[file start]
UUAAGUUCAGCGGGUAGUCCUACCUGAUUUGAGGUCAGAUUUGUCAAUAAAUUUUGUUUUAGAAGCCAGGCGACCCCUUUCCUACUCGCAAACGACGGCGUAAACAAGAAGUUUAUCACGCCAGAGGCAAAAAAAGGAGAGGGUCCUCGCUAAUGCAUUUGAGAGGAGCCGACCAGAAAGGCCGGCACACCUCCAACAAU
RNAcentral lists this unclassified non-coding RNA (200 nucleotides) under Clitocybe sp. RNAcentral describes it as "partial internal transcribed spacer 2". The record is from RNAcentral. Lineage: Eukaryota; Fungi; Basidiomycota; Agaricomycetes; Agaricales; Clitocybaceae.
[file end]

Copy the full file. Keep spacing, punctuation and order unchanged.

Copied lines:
UUAAGUUCAGCGGGUAGUCCUACCUGAUUUGAGGUCAGAUUUGUCAAUAAAUUUUGUUUUAGAAGCCAGGCGACCCCUUUCCUACUCGCAAACGACGGCGUAAACAAGAAGUUUAUCACGCCAGAGGCAAAAAAAGGAGAGGGUCCUCGCUAAUGCAUUUGAGAGGAGCCGACCAGAAAGGCCGGCACACCUCCAACAAU
RNAcentral lists this unclassified non-coding RNA (200 nucleotides) under Clitocybe sp. RNAcentral describes it as "partial internal transcribed spacer 2". The record is from RNAcentral. Lineage: Eukaryota; Fungi; Basidiomycota; Agaricomycetes; Agaricales; Clitocybaceae.